Camus rejects rationalism, but he does not seem to provide any philosophical argument against it: he claims several times in this chapter that he is doing nothing more than rehearsing and clarifying ideas that are familiar to all. He does not try to convince us that there is a flaw with rationalism so much as he assumes that we already agree that it is flawed. True, he touches on reasons why we might find rationalism unsatisfying—our failure to unify the diversity of experience, etc.—but these reasons are hardly convincing in themselves. They are not arguments, but rather examples of where a rationalist worldview seems untenable.

James Wood suggests that Camus's essay rests on faith, though faith of a negative kind. Camus is determined to believe that there is no God and that life is meaningless more than he is determined to argue for that meaninglessness. He is not presenting a philosophical system so much as he is diagnosing a certain way of looking at the world. Camus is not trying to argue that "seeing the world as absurd is the right way of seeing the world." Rather he is first of all doubting the idea that there is a "right way" of seeing the world, and second of all suggesting that seeing the world as absurd is often inevitable. The feeling of absurdity is essentially the feeling that strikes us from time to time that, like it or not, the world does not make sense and it is not clear. He is not saying the feeling of absurdity is necessarily "correct" so much as he is saying that it exists. He is less of a philosopher and more of a physician: he is interested in what living with this feeling entails more than he is interested in whether this feeling is correct.

Camus lists a number of thinkers whom he associates with the "irrational," with the rejection of rationalism. Where Camus uses the term "irrational" we might today use the term "existential." "Existentialism" is a tricky term to use correctly, largely because very few philosophers openly associated themselves with it. Still, it shares many of the themes Camus has been discussing, particularly the idea that the world in itself simply exists, and that any meaning or essence that makes sense of the world is applied after the fact by a human mind. Jean-Paul Sartre, a contemporary and sometime friend of Camus's, was the main proponent of existentialism as a movement. Though he borrowed the name from Jaspers's existenz-philosophie and many ideas from Heidegger, neither of these German thinkers considered themselves existentialists. While Kierkegaard or Nietzsche are sometimes called "proto-existentialists," they lived and died in the nineteenth century, before "existentialism" as a term had currency. Even Camus would later disown himself from this movement, leaving only Sartre as a committed "existentialist."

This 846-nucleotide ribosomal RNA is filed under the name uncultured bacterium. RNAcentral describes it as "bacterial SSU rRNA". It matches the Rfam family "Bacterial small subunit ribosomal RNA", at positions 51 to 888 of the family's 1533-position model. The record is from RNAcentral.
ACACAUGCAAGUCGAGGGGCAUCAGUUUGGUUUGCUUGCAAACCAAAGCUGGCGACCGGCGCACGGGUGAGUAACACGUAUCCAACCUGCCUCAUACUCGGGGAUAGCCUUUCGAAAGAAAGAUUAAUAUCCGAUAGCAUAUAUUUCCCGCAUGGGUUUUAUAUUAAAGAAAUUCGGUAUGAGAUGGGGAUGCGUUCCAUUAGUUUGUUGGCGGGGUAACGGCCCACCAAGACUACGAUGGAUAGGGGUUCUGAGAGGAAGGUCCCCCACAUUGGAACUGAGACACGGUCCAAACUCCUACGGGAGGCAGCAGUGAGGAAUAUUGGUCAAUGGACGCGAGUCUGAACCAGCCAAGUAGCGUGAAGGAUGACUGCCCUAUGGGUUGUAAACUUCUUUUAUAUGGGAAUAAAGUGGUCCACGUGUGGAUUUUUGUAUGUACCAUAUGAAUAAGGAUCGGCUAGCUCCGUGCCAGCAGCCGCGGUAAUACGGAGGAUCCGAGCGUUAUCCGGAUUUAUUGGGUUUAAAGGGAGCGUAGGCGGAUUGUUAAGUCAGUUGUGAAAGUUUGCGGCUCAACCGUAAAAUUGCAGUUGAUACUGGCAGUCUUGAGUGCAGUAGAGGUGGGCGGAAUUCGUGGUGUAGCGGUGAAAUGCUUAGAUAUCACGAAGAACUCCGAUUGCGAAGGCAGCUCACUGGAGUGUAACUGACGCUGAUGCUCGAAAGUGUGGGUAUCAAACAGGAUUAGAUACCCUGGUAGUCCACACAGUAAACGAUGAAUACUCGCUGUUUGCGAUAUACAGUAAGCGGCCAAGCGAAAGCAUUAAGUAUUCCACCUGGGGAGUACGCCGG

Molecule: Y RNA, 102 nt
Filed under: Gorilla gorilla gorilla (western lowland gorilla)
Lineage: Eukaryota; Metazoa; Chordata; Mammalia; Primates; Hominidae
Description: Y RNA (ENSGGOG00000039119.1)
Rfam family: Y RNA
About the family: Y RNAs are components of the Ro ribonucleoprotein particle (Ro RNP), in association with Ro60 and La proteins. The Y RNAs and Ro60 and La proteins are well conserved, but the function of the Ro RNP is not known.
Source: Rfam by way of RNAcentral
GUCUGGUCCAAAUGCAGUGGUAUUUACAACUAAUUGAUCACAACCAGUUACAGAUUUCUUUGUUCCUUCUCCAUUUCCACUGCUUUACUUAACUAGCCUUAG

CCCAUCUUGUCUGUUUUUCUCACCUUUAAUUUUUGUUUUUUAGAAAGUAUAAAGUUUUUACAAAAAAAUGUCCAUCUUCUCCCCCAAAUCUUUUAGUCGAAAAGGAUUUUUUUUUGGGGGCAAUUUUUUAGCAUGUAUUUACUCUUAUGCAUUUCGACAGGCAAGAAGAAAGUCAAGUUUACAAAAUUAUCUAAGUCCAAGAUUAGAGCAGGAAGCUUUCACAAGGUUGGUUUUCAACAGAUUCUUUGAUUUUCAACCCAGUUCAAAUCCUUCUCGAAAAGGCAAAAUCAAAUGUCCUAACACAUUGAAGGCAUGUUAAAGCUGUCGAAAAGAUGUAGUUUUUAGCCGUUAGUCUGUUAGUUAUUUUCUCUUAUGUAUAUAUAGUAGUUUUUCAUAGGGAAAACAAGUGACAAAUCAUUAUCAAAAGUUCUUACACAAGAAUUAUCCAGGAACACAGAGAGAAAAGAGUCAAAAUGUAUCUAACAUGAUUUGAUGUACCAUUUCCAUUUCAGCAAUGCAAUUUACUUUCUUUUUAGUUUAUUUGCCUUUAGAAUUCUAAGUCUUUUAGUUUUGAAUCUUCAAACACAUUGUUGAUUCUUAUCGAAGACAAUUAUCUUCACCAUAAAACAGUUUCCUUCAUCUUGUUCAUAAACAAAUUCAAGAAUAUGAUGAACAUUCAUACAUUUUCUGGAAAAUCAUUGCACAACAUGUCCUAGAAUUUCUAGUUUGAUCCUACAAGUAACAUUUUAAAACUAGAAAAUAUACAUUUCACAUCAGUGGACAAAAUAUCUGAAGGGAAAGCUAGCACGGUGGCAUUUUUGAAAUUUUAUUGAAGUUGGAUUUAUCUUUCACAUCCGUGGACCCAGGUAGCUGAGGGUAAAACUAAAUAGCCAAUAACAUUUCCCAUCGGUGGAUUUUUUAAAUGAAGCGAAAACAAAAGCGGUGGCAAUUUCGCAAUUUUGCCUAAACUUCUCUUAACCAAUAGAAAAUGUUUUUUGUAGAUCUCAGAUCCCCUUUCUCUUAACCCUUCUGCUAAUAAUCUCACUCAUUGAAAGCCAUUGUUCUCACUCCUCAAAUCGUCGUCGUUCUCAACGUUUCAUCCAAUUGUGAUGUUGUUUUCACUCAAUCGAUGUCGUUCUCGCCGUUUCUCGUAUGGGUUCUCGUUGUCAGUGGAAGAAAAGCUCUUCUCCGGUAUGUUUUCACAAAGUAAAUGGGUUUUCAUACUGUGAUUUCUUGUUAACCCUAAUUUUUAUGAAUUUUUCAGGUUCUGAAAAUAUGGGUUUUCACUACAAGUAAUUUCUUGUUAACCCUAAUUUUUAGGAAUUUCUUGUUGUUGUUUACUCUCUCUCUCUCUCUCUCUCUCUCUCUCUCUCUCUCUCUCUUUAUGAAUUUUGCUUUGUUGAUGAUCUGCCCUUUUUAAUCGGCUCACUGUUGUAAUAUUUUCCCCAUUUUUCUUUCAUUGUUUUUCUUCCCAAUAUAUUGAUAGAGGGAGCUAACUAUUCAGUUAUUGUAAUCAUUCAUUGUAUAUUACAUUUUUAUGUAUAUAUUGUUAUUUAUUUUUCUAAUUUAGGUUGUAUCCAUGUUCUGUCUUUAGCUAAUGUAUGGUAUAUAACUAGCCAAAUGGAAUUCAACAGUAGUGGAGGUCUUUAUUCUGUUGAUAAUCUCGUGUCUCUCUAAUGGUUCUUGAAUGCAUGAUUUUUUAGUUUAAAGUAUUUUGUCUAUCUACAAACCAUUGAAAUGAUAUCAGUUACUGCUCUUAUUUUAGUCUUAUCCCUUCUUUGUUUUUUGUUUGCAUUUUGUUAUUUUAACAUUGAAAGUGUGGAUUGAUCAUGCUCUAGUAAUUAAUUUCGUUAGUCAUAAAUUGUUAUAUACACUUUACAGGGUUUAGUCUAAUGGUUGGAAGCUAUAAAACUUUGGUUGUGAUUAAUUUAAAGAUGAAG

We should note that Camus, and all the thinkers he refers to, are deeply rooted in the philosophical tradition of the European continent. This tradition is deeply influenced by Hegel and by the earlier rationalist tradition of figures such as Descartes and Leibniz. It places a heavy emphasis on the faculty of reason and our ability to sort out metaphysical truths through the exercise of pure reason.

The English language tradition of philosophy, by contrast, follows much more in the empiricist vein of Locke and Hume. This tradition de-emphasizes the abilities of pure reason, insisting instead that we turn to sense experience for knowledge.

The dilemma Camus faces in discussing the absurd could, in a sense, only exist in the tradition of continental rationalism. The idea that our mind cannot make sense of experience is a far greater emergency to a rationalist thinker than to an empiricist. This is not to dismiss Camus' position so much as it is to place it in its proper context.

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